Your book is in print and you’re ready to attend your first conference to promote it. You’re proud of your work, and you should be—writing is not an easy task. The venue is already filled with other writers setting up their works and displays. You think about this as you create your own masterpiece to showcase your book. The uppermost question in your mind is probably, “How can I make the most of this appearance?”
The first thing an author may want to do when considering promoting books at a conference is announce the appearance months in advance to everyone possible. Get friends of friends talking about your book. Hit social networking sites and make sure everyone knows you will be on the road. If possible, set up book club meetings and other showings in that part of the country for the same time period. This way, your work is exposed to as many people as possible in that area. Waiting until you arrive to start buzz about your book may result in future interest, but you want to have already built on that interest before you even get to town. The conference will do general advertising for the entire event, but it is your responsibility to promote your individual work.
The next thing to do is evaluate your attire. It’s always a good idea to put your best fashion foot forward, but if you’re the author of a young adult book and you attend the conference in a church lady hat and suit, not too many young adults will likely approach your table to talk to you. Or if you’ve written a book on the economic status of the country, cut off jean shorts and sandals won’t be your best clothing choice. Consider your audience and genre. If you have an interesting character in your children’s book, by all means, dress like that character to garner reader interest.
Finally, put on your most genuine smile and get from behind your table. Yes, you will need to move around just a bit. Everyone at the conference is there for the same reason: they have a book they want to sell. You are one of numerous people doing the same thing, so what makes you special? If readers see someone sitting behind a table, blocking communication, will they likely approach that table? Probably not. There’s no need to bombard people in the aisles and herd them to your table, away from everyone else. Honest conversation goes further than the most practiced sales pitch.
Things to take along:
Comfortable shoes—this is not a myth. Anyone who has ever hauled boxes of books through huge convention halls in stilettos or attended a conference in Houston in the heat of summer and hurricane season in expensive Italian loafers can attest to this fact.
Bottled water and snacks—there may not be food venues on site at the conference, and even if there are, you may not want to have to leave your table for refreshment.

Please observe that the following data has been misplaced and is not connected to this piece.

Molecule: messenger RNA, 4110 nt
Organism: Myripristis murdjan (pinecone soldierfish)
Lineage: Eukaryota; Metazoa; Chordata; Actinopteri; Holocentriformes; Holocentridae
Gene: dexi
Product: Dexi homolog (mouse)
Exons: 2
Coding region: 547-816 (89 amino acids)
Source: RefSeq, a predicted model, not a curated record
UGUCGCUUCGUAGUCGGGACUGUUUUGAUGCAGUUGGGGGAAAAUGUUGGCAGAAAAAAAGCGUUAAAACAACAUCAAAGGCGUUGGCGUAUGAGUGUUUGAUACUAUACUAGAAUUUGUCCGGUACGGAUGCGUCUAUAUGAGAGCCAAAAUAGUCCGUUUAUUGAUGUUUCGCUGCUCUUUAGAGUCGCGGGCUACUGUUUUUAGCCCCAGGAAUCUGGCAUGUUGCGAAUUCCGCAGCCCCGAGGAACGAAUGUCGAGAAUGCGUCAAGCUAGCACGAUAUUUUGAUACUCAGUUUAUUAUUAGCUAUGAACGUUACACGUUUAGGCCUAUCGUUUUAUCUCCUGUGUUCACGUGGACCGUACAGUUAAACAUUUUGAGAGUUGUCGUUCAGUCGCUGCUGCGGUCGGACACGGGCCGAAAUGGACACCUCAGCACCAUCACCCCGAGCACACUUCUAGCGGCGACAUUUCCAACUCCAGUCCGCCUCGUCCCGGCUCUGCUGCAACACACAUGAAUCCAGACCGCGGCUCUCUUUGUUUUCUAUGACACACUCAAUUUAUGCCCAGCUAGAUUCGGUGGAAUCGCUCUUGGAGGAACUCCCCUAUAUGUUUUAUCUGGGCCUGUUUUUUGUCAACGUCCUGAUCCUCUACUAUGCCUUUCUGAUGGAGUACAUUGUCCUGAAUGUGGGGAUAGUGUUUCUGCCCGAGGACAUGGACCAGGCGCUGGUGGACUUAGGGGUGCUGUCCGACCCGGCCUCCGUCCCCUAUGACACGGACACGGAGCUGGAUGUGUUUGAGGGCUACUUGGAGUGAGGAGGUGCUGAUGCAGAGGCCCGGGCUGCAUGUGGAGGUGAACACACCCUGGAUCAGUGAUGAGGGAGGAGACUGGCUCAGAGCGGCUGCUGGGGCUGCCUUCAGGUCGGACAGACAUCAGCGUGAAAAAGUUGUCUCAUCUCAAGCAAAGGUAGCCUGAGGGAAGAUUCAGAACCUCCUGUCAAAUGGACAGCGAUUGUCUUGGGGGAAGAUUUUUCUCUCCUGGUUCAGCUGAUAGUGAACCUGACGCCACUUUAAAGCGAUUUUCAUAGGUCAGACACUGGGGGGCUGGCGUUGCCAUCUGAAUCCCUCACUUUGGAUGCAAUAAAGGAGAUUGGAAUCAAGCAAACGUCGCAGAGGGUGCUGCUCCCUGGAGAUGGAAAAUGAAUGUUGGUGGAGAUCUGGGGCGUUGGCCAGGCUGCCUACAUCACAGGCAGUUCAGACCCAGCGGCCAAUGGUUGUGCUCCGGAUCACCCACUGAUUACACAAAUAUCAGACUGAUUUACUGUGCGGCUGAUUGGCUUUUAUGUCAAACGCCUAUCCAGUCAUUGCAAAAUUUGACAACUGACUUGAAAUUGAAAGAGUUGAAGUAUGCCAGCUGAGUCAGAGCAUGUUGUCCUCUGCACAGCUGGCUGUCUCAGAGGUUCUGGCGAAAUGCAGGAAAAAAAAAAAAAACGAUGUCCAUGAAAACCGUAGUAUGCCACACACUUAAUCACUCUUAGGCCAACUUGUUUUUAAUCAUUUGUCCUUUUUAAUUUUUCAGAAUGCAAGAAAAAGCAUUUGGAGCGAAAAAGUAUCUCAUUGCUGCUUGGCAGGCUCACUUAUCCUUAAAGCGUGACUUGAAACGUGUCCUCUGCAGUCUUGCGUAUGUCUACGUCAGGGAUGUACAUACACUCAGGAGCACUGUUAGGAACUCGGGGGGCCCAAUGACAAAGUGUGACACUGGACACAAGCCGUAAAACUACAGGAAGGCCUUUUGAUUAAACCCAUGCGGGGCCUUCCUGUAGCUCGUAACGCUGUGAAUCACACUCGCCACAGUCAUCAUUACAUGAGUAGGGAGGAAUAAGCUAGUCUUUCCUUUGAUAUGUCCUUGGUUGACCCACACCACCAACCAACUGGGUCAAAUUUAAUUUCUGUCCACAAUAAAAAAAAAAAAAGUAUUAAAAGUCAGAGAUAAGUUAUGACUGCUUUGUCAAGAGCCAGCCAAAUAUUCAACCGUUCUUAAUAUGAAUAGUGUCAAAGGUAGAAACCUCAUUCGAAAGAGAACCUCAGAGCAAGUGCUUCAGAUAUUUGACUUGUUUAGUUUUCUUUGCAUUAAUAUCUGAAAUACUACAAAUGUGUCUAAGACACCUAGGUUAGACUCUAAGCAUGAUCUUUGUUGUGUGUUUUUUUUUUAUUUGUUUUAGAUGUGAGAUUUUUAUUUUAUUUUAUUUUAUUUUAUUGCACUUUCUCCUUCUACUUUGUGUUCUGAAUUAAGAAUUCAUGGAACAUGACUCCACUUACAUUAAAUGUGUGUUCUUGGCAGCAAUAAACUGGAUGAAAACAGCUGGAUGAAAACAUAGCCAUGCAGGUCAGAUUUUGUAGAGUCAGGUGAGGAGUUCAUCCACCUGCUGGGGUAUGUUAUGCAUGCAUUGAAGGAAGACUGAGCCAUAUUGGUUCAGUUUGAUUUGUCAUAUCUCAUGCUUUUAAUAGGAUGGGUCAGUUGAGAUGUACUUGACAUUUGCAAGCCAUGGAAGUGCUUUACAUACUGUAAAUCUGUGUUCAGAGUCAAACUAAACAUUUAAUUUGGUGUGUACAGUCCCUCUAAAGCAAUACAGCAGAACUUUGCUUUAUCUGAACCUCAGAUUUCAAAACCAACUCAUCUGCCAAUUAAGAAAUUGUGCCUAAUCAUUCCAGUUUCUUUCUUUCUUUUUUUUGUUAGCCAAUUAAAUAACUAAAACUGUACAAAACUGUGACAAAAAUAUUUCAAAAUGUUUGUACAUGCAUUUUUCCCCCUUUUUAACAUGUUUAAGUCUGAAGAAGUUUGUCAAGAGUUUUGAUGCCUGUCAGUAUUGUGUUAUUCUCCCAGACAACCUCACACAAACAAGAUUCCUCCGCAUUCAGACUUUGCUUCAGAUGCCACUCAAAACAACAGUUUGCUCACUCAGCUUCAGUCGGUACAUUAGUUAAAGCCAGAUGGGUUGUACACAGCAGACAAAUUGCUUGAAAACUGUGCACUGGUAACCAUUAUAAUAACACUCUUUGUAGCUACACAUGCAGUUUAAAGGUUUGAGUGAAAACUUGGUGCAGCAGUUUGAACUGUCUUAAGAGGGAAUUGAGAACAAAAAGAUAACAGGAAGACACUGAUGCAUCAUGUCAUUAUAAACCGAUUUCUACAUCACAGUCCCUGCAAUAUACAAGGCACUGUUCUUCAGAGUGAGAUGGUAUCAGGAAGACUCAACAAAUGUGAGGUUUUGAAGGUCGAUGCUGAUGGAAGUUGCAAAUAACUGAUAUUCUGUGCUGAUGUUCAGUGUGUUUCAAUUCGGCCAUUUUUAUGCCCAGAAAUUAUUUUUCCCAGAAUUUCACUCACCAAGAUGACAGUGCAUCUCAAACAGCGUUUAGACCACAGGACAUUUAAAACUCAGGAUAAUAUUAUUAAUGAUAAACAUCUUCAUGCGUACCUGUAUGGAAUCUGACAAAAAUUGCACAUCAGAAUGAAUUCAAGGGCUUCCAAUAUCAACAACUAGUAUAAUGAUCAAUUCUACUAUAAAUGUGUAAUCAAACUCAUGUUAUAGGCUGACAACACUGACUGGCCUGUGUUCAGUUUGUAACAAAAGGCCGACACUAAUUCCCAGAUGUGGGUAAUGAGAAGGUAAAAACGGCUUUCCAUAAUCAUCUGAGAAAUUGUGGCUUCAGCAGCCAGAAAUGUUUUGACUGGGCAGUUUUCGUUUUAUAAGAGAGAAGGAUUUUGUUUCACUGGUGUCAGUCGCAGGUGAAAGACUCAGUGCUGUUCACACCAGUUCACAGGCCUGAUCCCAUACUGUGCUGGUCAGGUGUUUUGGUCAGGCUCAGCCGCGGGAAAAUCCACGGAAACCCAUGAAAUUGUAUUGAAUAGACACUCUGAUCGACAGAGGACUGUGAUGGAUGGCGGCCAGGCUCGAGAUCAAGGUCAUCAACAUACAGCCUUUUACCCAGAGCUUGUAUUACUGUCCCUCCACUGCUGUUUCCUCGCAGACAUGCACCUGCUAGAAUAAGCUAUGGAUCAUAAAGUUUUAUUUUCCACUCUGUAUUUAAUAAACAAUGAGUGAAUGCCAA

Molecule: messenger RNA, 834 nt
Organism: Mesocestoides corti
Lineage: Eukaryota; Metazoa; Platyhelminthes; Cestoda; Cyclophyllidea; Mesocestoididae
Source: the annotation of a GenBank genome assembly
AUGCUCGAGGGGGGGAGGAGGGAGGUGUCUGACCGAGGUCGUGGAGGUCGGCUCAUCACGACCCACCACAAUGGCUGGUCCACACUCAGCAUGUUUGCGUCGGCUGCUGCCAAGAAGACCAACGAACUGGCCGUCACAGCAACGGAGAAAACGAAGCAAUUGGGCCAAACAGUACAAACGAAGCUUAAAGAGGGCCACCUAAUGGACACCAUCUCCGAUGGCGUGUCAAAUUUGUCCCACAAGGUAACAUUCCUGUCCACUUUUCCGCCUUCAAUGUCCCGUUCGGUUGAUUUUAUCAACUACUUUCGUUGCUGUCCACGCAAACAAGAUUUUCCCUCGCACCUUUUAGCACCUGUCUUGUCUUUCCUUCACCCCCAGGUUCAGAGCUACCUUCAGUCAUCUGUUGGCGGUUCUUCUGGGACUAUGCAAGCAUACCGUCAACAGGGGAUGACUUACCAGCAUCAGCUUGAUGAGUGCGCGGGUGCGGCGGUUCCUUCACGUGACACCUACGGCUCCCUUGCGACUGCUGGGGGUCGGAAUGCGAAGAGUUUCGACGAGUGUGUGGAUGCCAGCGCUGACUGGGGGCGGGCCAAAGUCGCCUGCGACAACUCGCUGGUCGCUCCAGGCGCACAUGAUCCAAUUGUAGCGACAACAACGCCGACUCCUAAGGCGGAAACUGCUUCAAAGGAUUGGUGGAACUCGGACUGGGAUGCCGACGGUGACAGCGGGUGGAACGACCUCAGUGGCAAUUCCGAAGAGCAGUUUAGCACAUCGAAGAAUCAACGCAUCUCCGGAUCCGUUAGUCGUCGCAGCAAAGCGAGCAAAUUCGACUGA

Pens and more pens with a mailing list signup sheet (or a laptop for the same)—one of an authors’ main goals in appearances should be to grow his/her mailing list. The price of most conferences to gain just this list of opted in newsletter readers is generally worth it, even if you don’t sell one book.
Promotional materials for author friends—paying promo forward in this manner will foster good will between the author and their writing community. Hardly any writer can attend every conference that is held, and by taking along small promo items for other writers, the author is giving readers exposure to more works.
Your best attitude—the writing community is very small, and a bad actor will be remembered in the worst way. Try to refrain from spreading negativity, complaining about everything that comes to mind and creating a scene. The person next to you witnessing this just might be the best agent or editor in the world, and your name will be remembered. No one will want to work with a difficult diva.
The last bit of advice is the most crucial for not just conference appearances, but all author events. Many writers will cringe because we’re generally introverts who would rather be at home writing than out in public. But it is very important to thank our readers and interact with them. Without them, we wouldn’t have an audience. We need to greet everyone who passes our table, genuinely, because they could have been doing so many other things with their time. Even if these people are fellow writers, or do not make a purchase, they are to be appreciated. Suggest other books by other writers to visitors at your table. After all, there are more than enough readers in the world to keep us all writing.
And remember: making contact with 600 people who will remember your authenticity and kindness when making future book purchases is much better than selling twenty or thirty books. Plan your appearance well and do as much as you can to make it work for you and there’s no reason why you can’t do both.